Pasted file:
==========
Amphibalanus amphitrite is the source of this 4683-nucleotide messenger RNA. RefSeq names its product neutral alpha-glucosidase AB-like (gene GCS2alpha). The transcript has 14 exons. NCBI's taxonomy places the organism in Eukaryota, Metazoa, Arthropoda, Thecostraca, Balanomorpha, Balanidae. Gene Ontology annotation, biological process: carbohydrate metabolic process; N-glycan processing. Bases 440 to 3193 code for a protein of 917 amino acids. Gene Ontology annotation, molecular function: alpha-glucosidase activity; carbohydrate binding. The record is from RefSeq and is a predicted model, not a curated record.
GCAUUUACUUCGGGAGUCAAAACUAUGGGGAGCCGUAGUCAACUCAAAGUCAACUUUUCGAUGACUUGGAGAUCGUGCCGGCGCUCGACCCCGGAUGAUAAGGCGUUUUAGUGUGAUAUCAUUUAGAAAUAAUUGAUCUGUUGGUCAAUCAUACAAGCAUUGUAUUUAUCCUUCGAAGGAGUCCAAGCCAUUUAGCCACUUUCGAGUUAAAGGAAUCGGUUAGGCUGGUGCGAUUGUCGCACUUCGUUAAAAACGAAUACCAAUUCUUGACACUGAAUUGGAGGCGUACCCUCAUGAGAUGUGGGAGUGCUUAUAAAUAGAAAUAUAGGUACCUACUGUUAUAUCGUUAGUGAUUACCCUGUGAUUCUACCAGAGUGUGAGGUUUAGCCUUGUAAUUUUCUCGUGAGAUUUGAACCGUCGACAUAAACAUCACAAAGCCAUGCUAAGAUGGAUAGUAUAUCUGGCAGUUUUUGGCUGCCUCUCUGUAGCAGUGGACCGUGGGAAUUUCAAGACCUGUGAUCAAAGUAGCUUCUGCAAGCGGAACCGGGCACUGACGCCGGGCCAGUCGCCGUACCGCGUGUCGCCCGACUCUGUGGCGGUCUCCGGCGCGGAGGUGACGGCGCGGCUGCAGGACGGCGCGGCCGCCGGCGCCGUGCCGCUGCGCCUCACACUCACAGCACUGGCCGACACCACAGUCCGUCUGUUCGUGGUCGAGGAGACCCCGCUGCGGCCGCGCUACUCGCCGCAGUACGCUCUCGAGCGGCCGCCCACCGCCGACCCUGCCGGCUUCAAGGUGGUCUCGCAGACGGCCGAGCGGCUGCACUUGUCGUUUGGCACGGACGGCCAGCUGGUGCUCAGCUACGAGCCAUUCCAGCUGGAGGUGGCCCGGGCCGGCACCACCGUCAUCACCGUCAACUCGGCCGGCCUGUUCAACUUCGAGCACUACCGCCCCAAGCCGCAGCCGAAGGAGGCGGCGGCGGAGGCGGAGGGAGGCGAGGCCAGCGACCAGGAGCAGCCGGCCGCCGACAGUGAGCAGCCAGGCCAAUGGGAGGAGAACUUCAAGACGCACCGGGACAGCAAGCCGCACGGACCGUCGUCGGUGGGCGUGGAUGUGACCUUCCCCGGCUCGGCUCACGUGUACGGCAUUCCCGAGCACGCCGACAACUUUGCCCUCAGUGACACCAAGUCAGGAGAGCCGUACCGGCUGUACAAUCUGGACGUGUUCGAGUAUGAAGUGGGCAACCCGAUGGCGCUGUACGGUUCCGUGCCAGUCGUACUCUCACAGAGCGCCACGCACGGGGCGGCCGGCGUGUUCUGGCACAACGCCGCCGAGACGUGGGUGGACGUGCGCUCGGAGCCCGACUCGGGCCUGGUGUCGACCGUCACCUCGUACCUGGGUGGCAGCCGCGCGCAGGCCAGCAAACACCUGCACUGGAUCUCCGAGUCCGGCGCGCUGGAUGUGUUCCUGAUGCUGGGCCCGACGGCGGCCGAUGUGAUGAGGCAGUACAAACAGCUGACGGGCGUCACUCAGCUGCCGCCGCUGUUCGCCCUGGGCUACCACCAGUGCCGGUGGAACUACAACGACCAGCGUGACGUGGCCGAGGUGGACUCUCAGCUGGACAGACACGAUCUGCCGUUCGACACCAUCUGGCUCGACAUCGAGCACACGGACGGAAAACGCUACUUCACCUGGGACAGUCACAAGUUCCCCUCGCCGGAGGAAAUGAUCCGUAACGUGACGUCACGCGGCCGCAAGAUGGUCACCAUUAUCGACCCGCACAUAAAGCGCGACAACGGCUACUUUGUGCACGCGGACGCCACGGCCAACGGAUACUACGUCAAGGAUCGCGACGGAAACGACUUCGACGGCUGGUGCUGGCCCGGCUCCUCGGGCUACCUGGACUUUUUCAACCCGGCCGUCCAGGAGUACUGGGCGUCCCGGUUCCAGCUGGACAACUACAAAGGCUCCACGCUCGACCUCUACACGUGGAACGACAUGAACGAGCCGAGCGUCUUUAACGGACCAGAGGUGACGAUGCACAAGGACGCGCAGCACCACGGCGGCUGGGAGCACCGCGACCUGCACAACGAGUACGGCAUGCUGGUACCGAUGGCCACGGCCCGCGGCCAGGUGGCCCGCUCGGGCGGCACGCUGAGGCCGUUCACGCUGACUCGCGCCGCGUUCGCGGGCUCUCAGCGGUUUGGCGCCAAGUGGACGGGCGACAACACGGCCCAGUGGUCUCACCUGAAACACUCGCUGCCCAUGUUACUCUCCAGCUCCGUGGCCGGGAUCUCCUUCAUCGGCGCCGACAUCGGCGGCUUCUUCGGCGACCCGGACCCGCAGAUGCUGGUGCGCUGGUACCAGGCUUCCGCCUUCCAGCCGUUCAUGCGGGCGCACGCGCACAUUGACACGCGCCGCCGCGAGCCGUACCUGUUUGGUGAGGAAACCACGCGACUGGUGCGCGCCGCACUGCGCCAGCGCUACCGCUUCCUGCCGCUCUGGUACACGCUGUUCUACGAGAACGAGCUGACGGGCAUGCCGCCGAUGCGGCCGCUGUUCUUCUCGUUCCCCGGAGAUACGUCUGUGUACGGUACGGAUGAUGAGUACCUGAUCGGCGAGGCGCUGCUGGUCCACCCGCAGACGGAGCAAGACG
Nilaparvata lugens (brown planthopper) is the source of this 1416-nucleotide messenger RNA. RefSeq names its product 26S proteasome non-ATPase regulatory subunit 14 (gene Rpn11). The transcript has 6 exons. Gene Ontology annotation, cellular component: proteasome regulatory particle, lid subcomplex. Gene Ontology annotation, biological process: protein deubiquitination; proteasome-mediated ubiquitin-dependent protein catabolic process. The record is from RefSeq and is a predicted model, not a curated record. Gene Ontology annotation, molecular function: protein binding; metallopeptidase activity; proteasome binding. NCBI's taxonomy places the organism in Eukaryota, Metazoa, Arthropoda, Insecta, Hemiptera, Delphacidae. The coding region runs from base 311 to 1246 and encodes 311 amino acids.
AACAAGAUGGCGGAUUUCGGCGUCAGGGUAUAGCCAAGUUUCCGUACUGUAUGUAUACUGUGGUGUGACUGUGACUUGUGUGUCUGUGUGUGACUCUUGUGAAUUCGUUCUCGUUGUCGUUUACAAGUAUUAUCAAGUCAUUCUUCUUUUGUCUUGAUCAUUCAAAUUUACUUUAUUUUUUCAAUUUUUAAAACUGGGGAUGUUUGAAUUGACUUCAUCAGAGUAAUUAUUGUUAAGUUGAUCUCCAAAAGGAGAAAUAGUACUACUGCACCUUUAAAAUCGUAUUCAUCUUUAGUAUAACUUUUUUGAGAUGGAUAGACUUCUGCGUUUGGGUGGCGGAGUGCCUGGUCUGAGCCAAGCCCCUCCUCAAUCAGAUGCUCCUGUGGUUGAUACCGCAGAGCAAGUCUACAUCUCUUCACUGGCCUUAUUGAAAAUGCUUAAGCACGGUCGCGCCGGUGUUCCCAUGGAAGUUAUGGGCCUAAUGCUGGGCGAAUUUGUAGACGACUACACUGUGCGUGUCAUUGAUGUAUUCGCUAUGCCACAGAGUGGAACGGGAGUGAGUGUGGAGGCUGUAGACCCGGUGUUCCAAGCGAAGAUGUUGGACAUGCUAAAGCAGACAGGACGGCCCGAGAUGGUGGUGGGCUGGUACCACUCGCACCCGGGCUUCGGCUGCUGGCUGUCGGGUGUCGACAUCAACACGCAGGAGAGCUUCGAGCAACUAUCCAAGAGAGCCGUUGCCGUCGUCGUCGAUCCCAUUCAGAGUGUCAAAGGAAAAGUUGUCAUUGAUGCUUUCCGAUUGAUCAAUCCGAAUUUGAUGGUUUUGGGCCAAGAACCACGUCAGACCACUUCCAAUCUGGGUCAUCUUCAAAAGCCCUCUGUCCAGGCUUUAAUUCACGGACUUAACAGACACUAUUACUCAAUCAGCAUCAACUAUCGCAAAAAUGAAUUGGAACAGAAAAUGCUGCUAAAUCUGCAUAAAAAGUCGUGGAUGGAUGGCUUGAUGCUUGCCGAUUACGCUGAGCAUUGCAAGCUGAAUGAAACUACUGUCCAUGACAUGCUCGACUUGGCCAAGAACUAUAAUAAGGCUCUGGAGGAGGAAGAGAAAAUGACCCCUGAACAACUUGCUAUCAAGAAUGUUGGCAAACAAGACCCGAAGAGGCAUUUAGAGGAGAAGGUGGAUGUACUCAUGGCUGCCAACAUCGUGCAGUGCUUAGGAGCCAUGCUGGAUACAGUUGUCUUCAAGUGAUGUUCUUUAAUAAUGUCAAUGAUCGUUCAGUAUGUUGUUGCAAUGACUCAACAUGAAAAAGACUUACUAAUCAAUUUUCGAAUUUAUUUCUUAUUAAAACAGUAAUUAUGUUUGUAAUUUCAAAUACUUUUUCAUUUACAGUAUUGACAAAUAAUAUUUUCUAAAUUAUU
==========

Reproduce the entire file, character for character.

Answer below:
Amphibalanus amphitrite is the source of this 4683-nucleotide messenger RNA. RefSeq names its product neutral alpha-glucosidase AB-like (gene GCS2alpha). The transcript has 14 exons. NCBI's taxonomy places the organism in Eukaryota, Metazoa, Arthropoda, Thecostraca, Balanomorpha, Balanidae. Gene Ontology annotation, biological process: carbohydrate metabolic process; N-glycan processing. Bases 440 to 3193 code for a protein of 917 amino acids. Gene Ontology annotation, molecular function: alpha-glucosidase activity; carbohydrate binding. The record is from RefSeq and is a predicted model, not a curated record.
GCAUUUACUUCGGGAGUCAAAACUAUGGGGAGCCGUAGUCAACUCAAAGUCAACUUUUCGAUGACUUGGAGAUCGUGCCGGCGCUCGACCCCGGAUGAUAAGGCGUUUUAGUGUGAUAUCAUUUAGAAAUAAUUGAUCUGUUGGUCAAUCAUACAAGCAUUGUAUUUAUCCUUCGAAGGAGUCCAAGCCAUUUAGCCACUUUCGAGUUAAAGGAAUCGGUUAGGCUGGUGCGAUUGUCGCACUUCGUUAAAAACGAAUACCAAUUCUUGACACUGAAUUGGAGGCGUACCCUCAUGAGAUGUGGGAGUGCUUAUAAAUAGAAAUAUAGGUACCUACUGUUAUAUCGUUAGUGAUUACCCUGUGAUUCUACCAGAGUGUGAGGUUUAGCCUUGUAAUUUUCUCGUGAGAUUUGAACCGUCGACAUAAACAUCACAAAGCCAUGCUAAGAUGGAUAGUAUAUCUGGCAGUUUUUGGCUGCCUCUCUGUAGCAGUGGACCGUGGGAAUUUCAAGACCUGUGAUCAAAGUAGCUUCUGCAAGCGGAACCGGGCACUGACGCCGGGCCAGUCGCCGUACCGCGUGUCGCCCGACUCUGUGGCGGUCUCCGGCGCGGAGGUGACGGCGCGGCUGCAGGACGGCGCGGCCGCCGGCGCCGUGCCGCUGCGCCUCACACUCACAGCACUGGCCGACACCACAGUCCGUCUGUUCGUGGUCGAGGAGACCCCGCUGCGGCCGCGCUACUCGCCGCAGUACGCUCUCGAGCGGCCGCCCACCGCCGACCCUGCCGGCUUCAAGGUGGUCUCGCAGACGGCCGAGCGGCUGCACUUGUCGUUUGGCACGGACGGCCAGCUGGUGCUCAGCUACGAGCCAUUCCAGCUGGAGGUGGCCCGGGCCGGCACCACCGUCAUCACCGUCAACUCGGCCGGCCUGUUCAACUUCGAGCACUACCGCCCCAAGCCGCAGCCGAAGGAGGCGGCGGCGGAGGCGGAGGGAGGCGAGGCCAGCGACCAGGAGCAGCCGGCCGCCGACAGUGAGCAGCCAGGCCAAUGGGAGGAGAACUUCAAGACGCACCGGGACAGCAAGCCGCACGGACCGUCGUCGGUGGGCGUGGAUGUGACCUUCCCCGGCUCGGCUCACGUGUACGGCAUUCCCGAGCACGCCGACAACUUUGCCCUCAGUGACACCAAGUCAGGAGAGCCGUACCGGCUGUACAAUCUGGACGUGUUCGAGUAUGAAGUGGGCAACCCGAUGGCGCUGUACGGUUCCGUGCCAGUCGUACUCUCACAGAGCGCCACGCACGGGGCGGCCGGCGUGUUCUGGCACAACGCCGCCGAGACGUGGGUGGACGUGCGCUCGGAGCCCGACUCGGGCCUGGUGUCGACCGUCACCUCGUACCUGGGUGGCAGCCGCGCGCAGGCCAGCAAACACCUGCACUGGAUCUCCGAGUCCGGCGCGCUGGAUGUGUUCCUGAUGCUGGGCCCGACGGCGGCCGAUGUGAUGAGGCAGUACAAACAGCUGACGGGCGUCACUCAGCUGCCGCCGCUGUUCGCCCUGGGCUACCACCAGUGCCGGUGGAACUACAACGACCAGCGUGACGUGGCCGAGGUGGACUCUCAGCUGGACAGACACGAUCUGCCGUUCGACACCAUCUGGCUCGACAUCGAGCACACGGACGGAAAACGCUACUUCACCUGGGACAGUCACAAGUUCCCCUCGCCGGAGGAAAUGAUCCGUAACGUGACGUCACGCGGCCGCAAGAUGGUCACCAUUAUCGACCCGCACAUAAAGCGCGACAACGGCUACUUUGUGCACGCGGACGCCACGGCCAACGGAUACUACGUCAAGGAUCGCGACGGAAACGACUUCGACGGCUGGUGCUGGCCCGGCUCCUCGGGCUACCUGGACUUUUUCAACCCGGCCGUCCAGGAGUACUGGGCGUCCCGGUUCCAGCUGGACAACUACAAAGGCUCCACGCUCGACCUCUACACGUGGAACGACAUGAACGAGCCGAGCGUCUUUAACGGACCAGAGGUGACGAUGCACAAGGACGCGCAGCACCACGGCGGCUGGGAGCACCGCGACCUGCACAACGAGUACGGCAUGCUGGUACCGAUGGCCACGGCCCGCGGCCAGGUGGCCCGCUCGGGCGGCACGCUGAGGCCGUUCACGCUGACUCGCGCCGCGUUCGCGGGCUCUCAGCGGUUUGGCGCCAAGUGGACGGGCGACAACACGGCCCAGUGGUCUCACCUGAAACACUCGCUGCCCAUGUUACUCUCCAGCUCCGUGGCCGGGAUCUCCUUCAUCGGCGCCGACAUCGGCGGCUUCUUCGGCGACCCGGACCCGCAGAUGCUGGUGCGCUGGUACCAGGCUUCCGCCUUCCAGCCGUUCAUGCGGGCGCACGCGCACAUUGACACGCGCCGCCGCGAGCCGUACCUGUUUGGUGAGGAAACCACGCGACUGGUGCGCGCCGCACUGCGCCAGCGCUACCGCUUCCUGCCGCUCUGGUACACGCUGUUCUACGAGAACGAGCUGACGGGCAUGCCGCCGAUGCGGCCGCUGUUCUUCUCGUUCCCCGGAGAUACGUCUGUGUACGGUACGGAUGAUGAGUACCUGAUCGGCGAGGCGCUGCUGGUCCACCCGCAGACGGAGCAAGACG
Nilaparvata lugens (brown planthopper) is the source of this 1416-nucleotide messenger RNA. RefSeq names its product 26S proteasome non-ATPase regulatory subunit 14 (gene Rpn11). The transcript has 6 exons. Gene Ontology annotation, cellular component: proteasome regulatory particle, lid subcomplex. Gene Ontology annotation, biological process: protein deubiquitination; proteasome-mediated ubiquitin-dependent protein catabolic process. The record is from RefSeq and is a predicted model, not a curated record. Gene Ontology annotation, molecular function: protein binding; metallopeptidase activity; proteasome binding. NCBI's taxonomy places the organism in Eukaryota, Metazoa, Arthropoda, Insecta, Hemiptera, Delphacidae. The coding region runs from base 311 to 1246 and encodes 311 amino acids.
AACAAGAUGGCGGAUUUCGGCGUCAGGGUAUAGCCAAGUUUCCGUACUGUAUGUAUACUGUGGUGUGACUGUGACUUGUGUGUCUGUGUGUGACUCUUGUGAAUUCGUUCUCGUUGUCGUUUACAAGUAUUAUCAAGUCAUUCUUCUUUUGUCUUGAUCAUUCAAAUUUACUUUAUUUUUUCAAUUUUUAAAACUGGGGAUGUUUGAAUUGACUUCAUCAGAGUAAUUAUUGUUAAGUUGAUCUCCAAAAGGAGAAAUAGUACUACUGCACCUUUAAAAUCGUAUUCAUCUUUAGUAUAACUUUUUUGAGAUGGAUAGACUUCUGCGUUUGGGUGGCGGAGUGCCUGGUCUGAGCCAAGCCCCUCCUCAAUCAGAUGCUCCUGUGGUUGAUACCGCAGAGCAAGUCUACAUCUCUUCACUGGCCUUAUUGAAAAUGCUUAAGCACGGUCGCGCCGGUGUUCCCAUGGAAGUUAUGGGCCUAAUGCUGGGCGAAUUUGUAGACGACUACACUGUGCGUGUCAUUGAUGUAUUCGCUAUGCCACAGAGUGGAACGGGAGUGAGUGUGGAGGCUGUAGACCCGGUGUUCCAAGCGAAGAUGUUGGACAUGCUAAAGCAGACAGGACGGCCCGAGAUGGUGGUGGGCUGGUACCACUCGCACCCGGGCUUCGGCUGCUGGCUGUCGGGUGUCGACAUCAACACGCAGGAGAGCUUCGAGCAACUAUCCAAGAGAGCCGUUGCCGUCGUCGUCGAUCCCAUUCAGAGUGUCAAAGGAAAAGUUGUCAUUGAUGCUUUCCGAUUGAUCAAUCCGAAUUUGAUGGUUUUGGGCCAAGAACCACGUCAGACCACUUCCAAUCUGGGUCAUCUUCAAAAGCCCUCUGUCCAGGCUUUAAUUCACGGACUUAACAGACACUAUUACUCAAUCAGCAUCAACUAUCGCAAAAAUGAAUUGGAACAGAAAAUGCUGCUAAAUCUGCAUAAAAAGUCGUGGAUGGAUGGCUUGAUGCUUGCCGAUUACGCUGAGCAUUGCAAGCUGAAUGAAACUACUGUCCAUGACAUGCUCGACUUGGCCAAGAACUAUAAUAAGGCUCUGGAGGAGGAAGAGAAAAUGACCCCUGAACAACUUGCUAUCAAGAAUGUUGGCAAACAAGACCCGAAGAGGCAUUUAGAGGAGAAGGUGGAUGUACUCAUGGCUGCCAACAUCGUGCAGUGCUUAGGAGCCAUGCUGGAUACAGUUGUCUUCAAGUGAUGUUCUUUAAUAAUGUCAAUGAUCGUUCAGUAUGUUGUUGCAAUGACUCAACAUGAAAAAGACUUACUAAUCAAUUUUCGAAUUUAUUUCUUAUUAAAACAGUAAUUAUGUUUGUAAUUUCAAAUACUUUUUCAUUUACAGUAUUGACAAAUAAUAUUUUCUAAAUUAUU